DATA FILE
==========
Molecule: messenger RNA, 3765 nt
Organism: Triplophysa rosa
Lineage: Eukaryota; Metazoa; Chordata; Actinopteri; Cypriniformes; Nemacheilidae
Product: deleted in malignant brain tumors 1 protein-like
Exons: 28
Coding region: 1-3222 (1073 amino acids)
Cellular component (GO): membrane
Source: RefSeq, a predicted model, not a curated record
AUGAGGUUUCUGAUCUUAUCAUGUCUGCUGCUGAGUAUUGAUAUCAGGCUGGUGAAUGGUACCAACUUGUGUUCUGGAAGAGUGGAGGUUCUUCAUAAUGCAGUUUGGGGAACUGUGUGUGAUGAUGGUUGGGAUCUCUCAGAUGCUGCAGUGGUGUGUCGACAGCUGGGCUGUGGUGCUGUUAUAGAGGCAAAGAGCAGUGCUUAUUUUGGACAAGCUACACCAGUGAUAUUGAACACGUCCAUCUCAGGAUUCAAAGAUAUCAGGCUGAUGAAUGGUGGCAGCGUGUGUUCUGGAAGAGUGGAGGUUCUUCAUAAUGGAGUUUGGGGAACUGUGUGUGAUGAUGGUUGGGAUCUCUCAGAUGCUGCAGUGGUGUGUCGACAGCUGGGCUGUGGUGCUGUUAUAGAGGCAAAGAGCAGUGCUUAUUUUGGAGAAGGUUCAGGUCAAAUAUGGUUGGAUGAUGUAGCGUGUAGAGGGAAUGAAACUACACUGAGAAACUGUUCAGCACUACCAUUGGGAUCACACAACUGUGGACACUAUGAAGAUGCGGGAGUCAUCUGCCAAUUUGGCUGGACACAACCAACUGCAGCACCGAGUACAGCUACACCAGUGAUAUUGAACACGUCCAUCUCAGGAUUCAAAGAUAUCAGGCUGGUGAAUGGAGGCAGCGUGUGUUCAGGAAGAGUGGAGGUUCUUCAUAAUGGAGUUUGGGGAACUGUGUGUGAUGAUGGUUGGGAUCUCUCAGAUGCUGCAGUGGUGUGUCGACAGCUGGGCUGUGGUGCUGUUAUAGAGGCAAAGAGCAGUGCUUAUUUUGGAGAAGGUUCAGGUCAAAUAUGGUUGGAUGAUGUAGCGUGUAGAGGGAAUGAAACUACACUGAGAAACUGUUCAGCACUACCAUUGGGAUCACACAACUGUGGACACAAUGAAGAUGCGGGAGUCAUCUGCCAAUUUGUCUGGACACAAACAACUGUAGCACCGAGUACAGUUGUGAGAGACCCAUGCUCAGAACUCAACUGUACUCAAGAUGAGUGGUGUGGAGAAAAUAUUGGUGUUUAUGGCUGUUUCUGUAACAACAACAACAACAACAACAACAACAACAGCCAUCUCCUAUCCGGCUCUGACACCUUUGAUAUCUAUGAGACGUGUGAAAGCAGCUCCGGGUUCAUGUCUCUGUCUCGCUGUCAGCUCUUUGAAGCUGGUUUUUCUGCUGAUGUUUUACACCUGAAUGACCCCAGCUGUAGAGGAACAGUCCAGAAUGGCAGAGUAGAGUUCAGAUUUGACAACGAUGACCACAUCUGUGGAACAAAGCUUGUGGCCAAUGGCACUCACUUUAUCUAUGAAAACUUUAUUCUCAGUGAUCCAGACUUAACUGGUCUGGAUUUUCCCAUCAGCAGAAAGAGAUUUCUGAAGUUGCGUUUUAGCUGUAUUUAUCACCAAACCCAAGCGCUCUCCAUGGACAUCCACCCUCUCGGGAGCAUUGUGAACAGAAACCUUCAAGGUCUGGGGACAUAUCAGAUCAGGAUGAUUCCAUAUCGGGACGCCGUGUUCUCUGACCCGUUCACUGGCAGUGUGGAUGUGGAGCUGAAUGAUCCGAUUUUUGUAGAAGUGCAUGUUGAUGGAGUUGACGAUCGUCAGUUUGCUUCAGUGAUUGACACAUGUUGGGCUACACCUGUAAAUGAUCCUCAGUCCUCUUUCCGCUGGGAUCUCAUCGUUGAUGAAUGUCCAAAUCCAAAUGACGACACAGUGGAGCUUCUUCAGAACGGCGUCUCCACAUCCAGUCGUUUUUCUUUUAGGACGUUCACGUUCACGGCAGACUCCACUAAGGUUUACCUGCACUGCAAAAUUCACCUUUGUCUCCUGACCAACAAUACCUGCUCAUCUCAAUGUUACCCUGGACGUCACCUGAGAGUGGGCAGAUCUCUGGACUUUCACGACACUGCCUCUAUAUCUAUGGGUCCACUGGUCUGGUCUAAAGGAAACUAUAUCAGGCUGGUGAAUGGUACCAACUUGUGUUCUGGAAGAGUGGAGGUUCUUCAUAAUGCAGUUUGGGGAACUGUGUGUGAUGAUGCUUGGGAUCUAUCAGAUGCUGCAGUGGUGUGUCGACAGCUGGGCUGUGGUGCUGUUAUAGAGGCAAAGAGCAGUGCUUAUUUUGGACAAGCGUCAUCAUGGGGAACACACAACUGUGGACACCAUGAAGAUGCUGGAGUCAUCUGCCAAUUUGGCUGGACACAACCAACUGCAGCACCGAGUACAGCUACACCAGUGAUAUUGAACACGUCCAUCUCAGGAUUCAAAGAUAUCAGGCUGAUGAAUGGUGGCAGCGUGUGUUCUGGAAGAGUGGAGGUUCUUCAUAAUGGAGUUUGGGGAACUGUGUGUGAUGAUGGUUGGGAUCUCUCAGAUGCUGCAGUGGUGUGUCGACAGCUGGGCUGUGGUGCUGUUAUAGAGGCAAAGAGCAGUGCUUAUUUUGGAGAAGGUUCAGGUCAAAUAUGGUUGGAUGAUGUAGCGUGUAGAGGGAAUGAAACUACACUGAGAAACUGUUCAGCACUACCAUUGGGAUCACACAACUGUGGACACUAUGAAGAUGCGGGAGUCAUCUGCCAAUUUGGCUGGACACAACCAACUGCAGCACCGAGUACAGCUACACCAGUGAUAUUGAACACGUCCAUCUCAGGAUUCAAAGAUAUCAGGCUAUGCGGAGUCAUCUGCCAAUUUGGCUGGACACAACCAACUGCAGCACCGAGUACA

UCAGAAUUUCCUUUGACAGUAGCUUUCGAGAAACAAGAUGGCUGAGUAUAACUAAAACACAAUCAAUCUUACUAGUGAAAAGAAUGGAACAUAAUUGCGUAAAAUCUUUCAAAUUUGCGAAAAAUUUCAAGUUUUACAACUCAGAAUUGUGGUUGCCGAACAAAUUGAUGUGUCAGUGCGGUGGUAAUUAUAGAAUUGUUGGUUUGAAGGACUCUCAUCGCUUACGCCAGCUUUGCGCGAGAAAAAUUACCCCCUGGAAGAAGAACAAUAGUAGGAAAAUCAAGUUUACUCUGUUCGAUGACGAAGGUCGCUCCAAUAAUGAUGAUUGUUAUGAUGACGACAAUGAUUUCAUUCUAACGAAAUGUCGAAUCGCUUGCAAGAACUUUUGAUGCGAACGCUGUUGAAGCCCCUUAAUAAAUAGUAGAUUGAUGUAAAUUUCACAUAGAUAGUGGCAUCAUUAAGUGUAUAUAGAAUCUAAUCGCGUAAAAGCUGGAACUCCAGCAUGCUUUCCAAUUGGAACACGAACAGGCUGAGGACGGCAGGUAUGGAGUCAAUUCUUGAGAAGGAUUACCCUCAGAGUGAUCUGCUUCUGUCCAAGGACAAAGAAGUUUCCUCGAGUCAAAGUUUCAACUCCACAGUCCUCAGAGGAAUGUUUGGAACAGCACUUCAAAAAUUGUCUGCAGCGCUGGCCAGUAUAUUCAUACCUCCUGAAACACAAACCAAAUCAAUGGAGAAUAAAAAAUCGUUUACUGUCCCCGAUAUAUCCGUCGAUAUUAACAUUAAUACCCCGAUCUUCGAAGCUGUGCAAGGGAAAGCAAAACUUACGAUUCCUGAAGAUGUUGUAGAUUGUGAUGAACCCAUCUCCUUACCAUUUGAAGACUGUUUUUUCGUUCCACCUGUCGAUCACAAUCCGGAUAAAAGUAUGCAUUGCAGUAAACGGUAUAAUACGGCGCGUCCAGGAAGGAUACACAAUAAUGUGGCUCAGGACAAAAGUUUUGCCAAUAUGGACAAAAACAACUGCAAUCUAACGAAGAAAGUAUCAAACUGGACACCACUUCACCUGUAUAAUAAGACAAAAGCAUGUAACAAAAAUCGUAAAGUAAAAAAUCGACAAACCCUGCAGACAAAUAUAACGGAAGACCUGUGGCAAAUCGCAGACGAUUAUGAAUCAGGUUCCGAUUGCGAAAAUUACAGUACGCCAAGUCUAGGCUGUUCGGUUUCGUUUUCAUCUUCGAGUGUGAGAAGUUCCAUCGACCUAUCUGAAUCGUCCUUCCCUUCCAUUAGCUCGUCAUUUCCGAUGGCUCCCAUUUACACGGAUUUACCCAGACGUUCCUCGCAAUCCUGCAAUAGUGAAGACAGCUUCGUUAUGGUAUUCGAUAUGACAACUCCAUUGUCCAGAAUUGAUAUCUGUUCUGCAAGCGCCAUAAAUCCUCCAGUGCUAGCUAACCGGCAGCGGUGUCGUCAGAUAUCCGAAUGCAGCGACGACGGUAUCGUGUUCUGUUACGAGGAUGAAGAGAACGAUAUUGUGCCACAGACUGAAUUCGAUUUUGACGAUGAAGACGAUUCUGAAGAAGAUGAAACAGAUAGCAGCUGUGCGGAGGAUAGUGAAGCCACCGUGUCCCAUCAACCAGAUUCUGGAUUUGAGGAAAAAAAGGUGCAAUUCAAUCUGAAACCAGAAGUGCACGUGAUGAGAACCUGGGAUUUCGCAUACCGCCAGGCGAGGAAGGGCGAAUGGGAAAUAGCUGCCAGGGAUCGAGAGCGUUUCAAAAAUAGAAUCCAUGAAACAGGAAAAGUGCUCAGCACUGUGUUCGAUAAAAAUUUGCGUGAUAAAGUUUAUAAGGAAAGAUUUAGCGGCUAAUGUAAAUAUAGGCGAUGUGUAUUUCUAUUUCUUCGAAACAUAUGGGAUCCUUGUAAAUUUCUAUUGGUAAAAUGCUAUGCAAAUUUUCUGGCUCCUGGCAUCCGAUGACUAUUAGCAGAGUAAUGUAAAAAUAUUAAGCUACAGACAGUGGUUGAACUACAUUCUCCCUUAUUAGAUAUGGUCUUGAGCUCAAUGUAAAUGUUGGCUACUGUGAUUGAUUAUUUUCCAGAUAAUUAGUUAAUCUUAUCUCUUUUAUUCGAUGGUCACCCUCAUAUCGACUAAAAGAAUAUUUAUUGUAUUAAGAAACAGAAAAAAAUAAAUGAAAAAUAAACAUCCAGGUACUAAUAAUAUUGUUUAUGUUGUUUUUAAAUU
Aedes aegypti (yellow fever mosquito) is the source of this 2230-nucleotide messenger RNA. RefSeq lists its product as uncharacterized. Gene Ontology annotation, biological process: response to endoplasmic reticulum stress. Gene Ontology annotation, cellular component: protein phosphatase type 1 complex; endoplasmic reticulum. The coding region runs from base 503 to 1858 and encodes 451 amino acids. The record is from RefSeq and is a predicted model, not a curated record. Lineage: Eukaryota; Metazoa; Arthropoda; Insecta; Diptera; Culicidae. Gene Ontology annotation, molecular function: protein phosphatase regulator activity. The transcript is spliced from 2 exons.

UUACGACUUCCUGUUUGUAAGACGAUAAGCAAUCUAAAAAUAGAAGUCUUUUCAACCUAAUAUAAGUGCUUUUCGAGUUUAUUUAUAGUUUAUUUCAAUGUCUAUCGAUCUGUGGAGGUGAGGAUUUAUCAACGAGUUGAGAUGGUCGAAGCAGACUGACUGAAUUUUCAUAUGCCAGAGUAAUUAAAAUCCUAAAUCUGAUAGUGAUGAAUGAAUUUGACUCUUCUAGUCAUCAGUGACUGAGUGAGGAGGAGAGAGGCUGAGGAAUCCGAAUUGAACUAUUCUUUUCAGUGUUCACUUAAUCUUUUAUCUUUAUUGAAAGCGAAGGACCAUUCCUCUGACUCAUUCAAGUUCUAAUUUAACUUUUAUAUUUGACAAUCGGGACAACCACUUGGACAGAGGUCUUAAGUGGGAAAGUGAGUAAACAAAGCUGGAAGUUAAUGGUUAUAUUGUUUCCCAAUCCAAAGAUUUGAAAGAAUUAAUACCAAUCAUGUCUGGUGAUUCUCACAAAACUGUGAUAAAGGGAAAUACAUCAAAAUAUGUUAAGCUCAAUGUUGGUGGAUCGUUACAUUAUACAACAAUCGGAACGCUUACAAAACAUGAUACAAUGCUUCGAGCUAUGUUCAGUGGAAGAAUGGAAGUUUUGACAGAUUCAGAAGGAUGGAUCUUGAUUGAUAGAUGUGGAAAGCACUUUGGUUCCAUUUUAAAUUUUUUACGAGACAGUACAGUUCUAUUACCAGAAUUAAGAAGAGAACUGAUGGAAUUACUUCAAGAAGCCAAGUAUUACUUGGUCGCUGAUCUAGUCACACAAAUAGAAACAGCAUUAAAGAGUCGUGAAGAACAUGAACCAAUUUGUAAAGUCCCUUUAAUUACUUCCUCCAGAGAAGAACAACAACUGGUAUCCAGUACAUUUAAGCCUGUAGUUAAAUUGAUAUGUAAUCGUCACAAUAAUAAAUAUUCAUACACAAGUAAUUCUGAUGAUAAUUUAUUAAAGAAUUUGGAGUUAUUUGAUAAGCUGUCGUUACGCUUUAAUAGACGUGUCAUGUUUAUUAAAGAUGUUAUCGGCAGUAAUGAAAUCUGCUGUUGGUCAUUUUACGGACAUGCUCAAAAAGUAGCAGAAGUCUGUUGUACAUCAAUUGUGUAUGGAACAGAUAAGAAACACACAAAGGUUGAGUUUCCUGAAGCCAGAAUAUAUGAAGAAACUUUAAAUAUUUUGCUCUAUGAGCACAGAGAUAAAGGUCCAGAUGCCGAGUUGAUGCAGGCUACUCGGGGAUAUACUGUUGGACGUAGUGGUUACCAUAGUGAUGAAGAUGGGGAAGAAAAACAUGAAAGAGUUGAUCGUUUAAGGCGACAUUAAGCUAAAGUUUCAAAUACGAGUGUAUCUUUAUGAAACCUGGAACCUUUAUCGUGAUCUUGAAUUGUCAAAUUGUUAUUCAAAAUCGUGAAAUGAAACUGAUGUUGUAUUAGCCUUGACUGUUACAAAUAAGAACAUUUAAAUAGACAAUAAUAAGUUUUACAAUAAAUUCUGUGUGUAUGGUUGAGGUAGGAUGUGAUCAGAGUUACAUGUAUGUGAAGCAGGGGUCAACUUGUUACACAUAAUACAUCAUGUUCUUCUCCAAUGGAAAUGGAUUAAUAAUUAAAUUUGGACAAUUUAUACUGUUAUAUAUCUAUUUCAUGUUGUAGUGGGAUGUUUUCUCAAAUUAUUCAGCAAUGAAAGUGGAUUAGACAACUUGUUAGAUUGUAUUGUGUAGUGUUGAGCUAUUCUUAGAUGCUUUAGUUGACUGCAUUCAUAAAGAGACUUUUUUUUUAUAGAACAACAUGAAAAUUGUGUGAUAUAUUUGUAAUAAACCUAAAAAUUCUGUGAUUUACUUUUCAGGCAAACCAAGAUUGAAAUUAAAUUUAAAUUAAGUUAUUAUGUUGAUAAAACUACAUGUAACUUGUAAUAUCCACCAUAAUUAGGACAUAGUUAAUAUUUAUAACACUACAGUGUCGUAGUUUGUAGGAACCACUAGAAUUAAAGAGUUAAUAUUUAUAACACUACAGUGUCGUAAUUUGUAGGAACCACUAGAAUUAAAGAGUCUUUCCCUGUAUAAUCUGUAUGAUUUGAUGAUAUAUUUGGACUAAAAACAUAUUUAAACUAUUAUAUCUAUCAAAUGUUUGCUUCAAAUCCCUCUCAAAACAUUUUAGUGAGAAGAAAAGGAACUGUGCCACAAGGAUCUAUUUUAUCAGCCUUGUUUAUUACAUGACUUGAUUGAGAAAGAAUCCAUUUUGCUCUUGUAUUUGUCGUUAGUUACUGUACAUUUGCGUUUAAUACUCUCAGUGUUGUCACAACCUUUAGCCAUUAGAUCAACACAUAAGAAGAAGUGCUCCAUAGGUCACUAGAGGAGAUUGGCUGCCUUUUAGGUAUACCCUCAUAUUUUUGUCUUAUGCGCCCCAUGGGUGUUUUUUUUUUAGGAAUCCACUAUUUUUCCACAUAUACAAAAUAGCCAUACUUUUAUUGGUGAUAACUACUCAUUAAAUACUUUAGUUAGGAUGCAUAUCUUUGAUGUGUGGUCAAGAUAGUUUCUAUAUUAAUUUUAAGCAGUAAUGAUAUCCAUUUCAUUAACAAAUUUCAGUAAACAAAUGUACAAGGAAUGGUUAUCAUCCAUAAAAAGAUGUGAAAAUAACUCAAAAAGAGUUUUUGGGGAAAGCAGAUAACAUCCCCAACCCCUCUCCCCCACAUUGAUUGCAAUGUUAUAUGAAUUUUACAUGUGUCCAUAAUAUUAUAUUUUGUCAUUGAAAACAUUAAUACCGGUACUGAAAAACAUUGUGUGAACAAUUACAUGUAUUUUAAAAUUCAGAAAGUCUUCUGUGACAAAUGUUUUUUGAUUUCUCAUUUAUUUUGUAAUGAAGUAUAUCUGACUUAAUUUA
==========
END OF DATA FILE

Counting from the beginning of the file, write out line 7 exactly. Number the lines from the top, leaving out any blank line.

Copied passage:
Cellular component (GO): membrane